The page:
MH-60S2  11,516 lbs     12 150 knots   7,000 lbs   $30.6 million
CH-47F  24,000 lbs     33 155 knots  16,000 lbs   $33.8 million3
CH-53K  35,000 lbs     55 170 knots  31,000 lbs  in development
MV-22B4  36,500 lbs     145 210 knots    6,000 lbs   $75.3 million
C-27J6  39,500 lbs     46 305 knots  25,320 lbs   $37.3 million

1 Unit "fly away" cost excludes research, development, evaluation, and testing costs. These figures are based on DoD documents for the FY2009 budget.  FY09 Procurement Programs (P-1) The V-22 program has always lied about unit cost, read V-22 Costs Soar.

2 The Navy MH-60S Knighthawk can also serve as an attack helo with miniguns and Hellfire missiles. The Navy wisely dropped plans for 48 HV-22s for vertrep ops in 2002, in favor of the MH-60S. Two decades ago, Navy secretary and former Marine infantry officer James Webb opposed the V-22, saying it was too big and too expensive to land in a combat LZ. He preferred dumping medium-lift for a "high-low" mix of H-60s and H-53s. This option is viable today, and the MH-60S price will drop if the Marines place an order. For example, the Army's Blackhawks cost just $16.3 million each in FY2009.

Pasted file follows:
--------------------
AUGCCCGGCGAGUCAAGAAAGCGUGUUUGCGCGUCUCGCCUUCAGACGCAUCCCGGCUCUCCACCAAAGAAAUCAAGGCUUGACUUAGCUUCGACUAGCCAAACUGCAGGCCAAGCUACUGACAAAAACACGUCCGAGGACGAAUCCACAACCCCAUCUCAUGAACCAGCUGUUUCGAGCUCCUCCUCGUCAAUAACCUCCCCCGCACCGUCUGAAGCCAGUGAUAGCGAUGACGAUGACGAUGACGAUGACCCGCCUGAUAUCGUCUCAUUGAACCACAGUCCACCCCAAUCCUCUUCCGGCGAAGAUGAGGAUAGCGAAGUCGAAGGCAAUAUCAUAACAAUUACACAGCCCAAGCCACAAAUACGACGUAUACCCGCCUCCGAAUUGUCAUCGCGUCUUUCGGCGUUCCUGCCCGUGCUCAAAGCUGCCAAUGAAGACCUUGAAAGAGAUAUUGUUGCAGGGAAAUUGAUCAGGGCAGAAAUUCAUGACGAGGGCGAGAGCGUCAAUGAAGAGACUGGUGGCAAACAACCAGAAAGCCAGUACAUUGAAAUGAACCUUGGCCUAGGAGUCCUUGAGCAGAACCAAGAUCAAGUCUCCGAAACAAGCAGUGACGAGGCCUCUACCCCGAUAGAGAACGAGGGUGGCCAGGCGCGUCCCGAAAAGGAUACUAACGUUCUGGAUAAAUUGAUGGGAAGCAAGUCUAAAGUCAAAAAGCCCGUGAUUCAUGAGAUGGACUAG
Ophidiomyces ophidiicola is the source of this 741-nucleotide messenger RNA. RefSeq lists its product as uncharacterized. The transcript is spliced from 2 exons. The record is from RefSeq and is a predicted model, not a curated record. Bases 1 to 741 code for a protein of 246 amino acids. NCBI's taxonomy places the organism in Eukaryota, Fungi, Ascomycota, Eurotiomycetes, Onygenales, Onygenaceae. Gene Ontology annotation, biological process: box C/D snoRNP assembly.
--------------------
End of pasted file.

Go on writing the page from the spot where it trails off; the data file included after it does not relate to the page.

3 The actual unit cost for CH-47Fs in the FY2009 budget is $29.8 million each. However, most are older CH-47Ds that will be remanufactured. They reuse the airframe and some parts, saving around $7 million per aircraft. The Army did not specify the mix of remans and new-builds, so the figure in the chart is $4 million higher to approximate  the cost of a new-build. The SpecOps MH-47 and USAF HH-47 variants are shipboard compatible. The CH-47F and CH-53K can carry two HMMWVs internally, whereas even an old jeep cannot fit in the V-22's small cabin.